Over recent weeks, the discussion about social distancing has led to many of us considering homeworking for the first time. If you can get your employer on board then working from your home is a great way to avoid crowded public transport or dirty offices. And, crucially, homeworking can help you to avoid taking time off work. If you’re stuck at home with a cough and otherwise well, but worried that statutory sick pay won’t cover your expenses, then arranging to work from home will help you avoid taking a financial hit.
However, if you’re not used to it then you might be surprised by just how different working from the comfort of your home is. It’s really easy to get distracted by housework, or to start daydreaming off into a productivity slump. Here are some quick tips to keep you productive – who knows, it may even bring your boss around to the idea of flexible working long-term!
Hold yourself accountable
You can do this by setting yourself clear, simple goals each day and sharing them with your team. Whether it’s a colleague that you’re friendly with or your manager, telling somebody your plans for the day means there’ll be someone to answer to. Try having a partner who you check in with a couple of times each day: share goals in the morning and celebrate achieving them in the afternoon. If you don’t meet your goals that’s okay, but the need to explain why will ensure that you have a good reason.
Draw clear boundaries
One of the dangers of remote working is that the lines between your home and work life begin to blur. You end up working late into the evening, but never really getting into the flow of your work. Avoid this by defining two things very clearly: your working hours and your working space. If you can avoid working from the sofa or bed then this will help, as you’ll be keeping work and personal life separate, despite their shared space.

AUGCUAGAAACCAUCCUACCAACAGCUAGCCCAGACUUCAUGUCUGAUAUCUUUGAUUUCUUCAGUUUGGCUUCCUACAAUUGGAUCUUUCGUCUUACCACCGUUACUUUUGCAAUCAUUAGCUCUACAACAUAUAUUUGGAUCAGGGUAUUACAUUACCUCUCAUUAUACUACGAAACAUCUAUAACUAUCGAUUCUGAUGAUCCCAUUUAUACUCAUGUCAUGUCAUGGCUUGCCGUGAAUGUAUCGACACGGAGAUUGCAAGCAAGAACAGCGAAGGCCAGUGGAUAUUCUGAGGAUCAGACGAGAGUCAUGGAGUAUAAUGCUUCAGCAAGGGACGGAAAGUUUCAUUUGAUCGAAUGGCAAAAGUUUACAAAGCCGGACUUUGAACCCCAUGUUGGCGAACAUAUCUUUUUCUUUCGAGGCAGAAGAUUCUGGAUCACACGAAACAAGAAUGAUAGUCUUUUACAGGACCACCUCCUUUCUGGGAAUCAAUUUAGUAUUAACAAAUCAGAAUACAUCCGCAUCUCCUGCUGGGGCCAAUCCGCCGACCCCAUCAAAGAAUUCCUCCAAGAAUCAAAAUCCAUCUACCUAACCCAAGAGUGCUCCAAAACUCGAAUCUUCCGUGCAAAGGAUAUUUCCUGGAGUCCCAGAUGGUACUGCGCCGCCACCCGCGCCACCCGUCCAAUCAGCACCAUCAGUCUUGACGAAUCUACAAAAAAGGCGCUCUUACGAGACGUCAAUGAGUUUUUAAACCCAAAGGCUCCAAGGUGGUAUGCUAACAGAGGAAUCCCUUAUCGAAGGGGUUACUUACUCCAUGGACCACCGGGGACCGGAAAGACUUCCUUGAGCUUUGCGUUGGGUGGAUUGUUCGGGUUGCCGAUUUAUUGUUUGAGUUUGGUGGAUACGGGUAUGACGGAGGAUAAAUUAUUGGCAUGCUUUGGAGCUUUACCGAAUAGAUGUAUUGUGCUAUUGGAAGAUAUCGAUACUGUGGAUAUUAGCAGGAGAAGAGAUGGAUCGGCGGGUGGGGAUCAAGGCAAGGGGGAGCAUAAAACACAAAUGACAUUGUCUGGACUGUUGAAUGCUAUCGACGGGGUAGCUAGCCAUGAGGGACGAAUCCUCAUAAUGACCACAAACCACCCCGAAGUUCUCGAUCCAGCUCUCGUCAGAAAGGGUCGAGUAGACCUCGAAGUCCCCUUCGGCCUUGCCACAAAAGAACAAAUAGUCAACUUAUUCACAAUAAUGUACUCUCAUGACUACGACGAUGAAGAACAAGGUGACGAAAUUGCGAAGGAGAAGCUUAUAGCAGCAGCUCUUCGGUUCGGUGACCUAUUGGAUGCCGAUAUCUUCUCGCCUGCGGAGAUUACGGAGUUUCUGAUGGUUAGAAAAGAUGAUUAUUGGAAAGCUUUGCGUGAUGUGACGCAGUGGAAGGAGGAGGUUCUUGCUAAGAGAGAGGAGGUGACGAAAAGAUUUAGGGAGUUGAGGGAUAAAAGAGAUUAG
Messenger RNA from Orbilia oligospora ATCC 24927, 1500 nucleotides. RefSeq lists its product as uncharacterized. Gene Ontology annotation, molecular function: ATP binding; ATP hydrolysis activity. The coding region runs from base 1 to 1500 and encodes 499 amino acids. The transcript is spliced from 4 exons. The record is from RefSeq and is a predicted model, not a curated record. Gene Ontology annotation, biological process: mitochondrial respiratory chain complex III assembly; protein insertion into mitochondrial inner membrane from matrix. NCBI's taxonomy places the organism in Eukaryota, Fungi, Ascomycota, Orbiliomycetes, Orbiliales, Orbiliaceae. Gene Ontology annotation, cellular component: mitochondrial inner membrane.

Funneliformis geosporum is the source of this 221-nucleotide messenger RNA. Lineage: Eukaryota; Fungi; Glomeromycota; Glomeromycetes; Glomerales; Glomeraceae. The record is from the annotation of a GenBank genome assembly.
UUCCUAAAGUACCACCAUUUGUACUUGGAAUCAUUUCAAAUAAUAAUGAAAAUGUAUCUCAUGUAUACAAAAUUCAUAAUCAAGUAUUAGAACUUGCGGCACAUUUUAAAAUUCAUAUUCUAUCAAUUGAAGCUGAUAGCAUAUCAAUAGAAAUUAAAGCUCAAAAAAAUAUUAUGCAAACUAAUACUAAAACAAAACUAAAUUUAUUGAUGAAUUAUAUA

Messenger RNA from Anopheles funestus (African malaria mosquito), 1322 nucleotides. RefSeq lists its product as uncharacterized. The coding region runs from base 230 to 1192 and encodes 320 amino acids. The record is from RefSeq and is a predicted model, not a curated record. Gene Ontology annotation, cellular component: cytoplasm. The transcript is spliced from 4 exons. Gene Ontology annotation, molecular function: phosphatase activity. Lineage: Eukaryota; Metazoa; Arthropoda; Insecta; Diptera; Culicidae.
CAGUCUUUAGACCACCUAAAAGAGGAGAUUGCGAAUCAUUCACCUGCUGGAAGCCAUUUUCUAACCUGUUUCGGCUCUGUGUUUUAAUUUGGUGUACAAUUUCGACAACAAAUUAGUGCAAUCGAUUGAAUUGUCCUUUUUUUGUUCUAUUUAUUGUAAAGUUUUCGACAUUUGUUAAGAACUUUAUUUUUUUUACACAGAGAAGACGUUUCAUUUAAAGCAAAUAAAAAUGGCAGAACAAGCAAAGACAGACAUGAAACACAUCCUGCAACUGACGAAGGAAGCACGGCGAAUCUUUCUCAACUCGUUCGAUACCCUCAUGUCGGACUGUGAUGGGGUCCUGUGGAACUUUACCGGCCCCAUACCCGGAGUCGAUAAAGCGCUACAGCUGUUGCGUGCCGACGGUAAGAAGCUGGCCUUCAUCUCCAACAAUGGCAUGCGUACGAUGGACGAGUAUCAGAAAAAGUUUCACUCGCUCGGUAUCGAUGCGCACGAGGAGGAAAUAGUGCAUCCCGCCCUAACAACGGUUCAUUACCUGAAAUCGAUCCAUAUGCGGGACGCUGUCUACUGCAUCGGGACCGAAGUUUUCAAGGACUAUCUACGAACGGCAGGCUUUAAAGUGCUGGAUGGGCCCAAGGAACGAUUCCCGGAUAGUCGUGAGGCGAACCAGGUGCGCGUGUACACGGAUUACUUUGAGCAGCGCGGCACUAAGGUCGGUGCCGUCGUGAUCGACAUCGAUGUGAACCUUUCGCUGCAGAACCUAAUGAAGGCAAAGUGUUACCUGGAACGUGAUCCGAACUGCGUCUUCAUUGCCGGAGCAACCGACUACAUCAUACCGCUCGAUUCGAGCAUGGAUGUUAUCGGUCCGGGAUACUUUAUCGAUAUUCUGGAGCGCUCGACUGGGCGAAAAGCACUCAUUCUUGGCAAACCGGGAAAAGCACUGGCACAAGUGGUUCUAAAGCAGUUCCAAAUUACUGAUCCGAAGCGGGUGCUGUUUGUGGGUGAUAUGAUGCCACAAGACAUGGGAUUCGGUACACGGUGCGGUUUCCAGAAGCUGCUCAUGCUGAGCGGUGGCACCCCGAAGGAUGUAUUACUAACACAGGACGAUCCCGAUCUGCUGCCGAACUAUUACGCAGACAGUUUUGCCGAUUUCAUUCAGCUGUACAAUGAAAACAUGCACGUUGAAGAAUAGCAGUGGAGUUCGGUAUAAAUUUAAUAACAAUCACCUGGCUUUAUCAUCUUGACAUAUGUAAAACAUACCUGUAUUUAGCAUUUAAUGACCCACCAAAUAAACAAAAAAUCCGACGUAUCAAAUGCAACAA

Use noise-cancelling headphones
Noise-cancelling headphones are a joy to office workers who want to block out the distracting noise of gossiping colleagues, and they can fulfil much the same purpose when you’re working from your kitchen table. Plug into some tunes – or white noise if you find music distracting – and block the rest of the world out.
Choose a different browser
This is a trick that can help you avoid drifting onto timewasting sites like YouTube when you should be hard at work. Use two separate browsers for work and play: you can keep your bookmarks and plug-ins separate, block distracting sites on your ‘work browser’, and create some mental distance between the two.
Plan for tomorrow
Starting the day without a clear idea of what your focus should be is a sure way to open yourself up to more distractions. Instead, spend 10 minutes or so at the end of each day writing down a few priorities for the next morning. This means you can get started straight away, getting your brain into work mode much quicker.
Check in with your team often
Last but not least, make sure you continue having regular meetings and catch-ups with your colleagues. If working from home is relatively new to your company, then you might not have the best tech setup yet. Sit down as a team and work out what your communication needs are – do you want to be able to have daily video meetings, or is an instant messaging tool for quick updates more important? Find tools that are right for your team, and use them to check in often.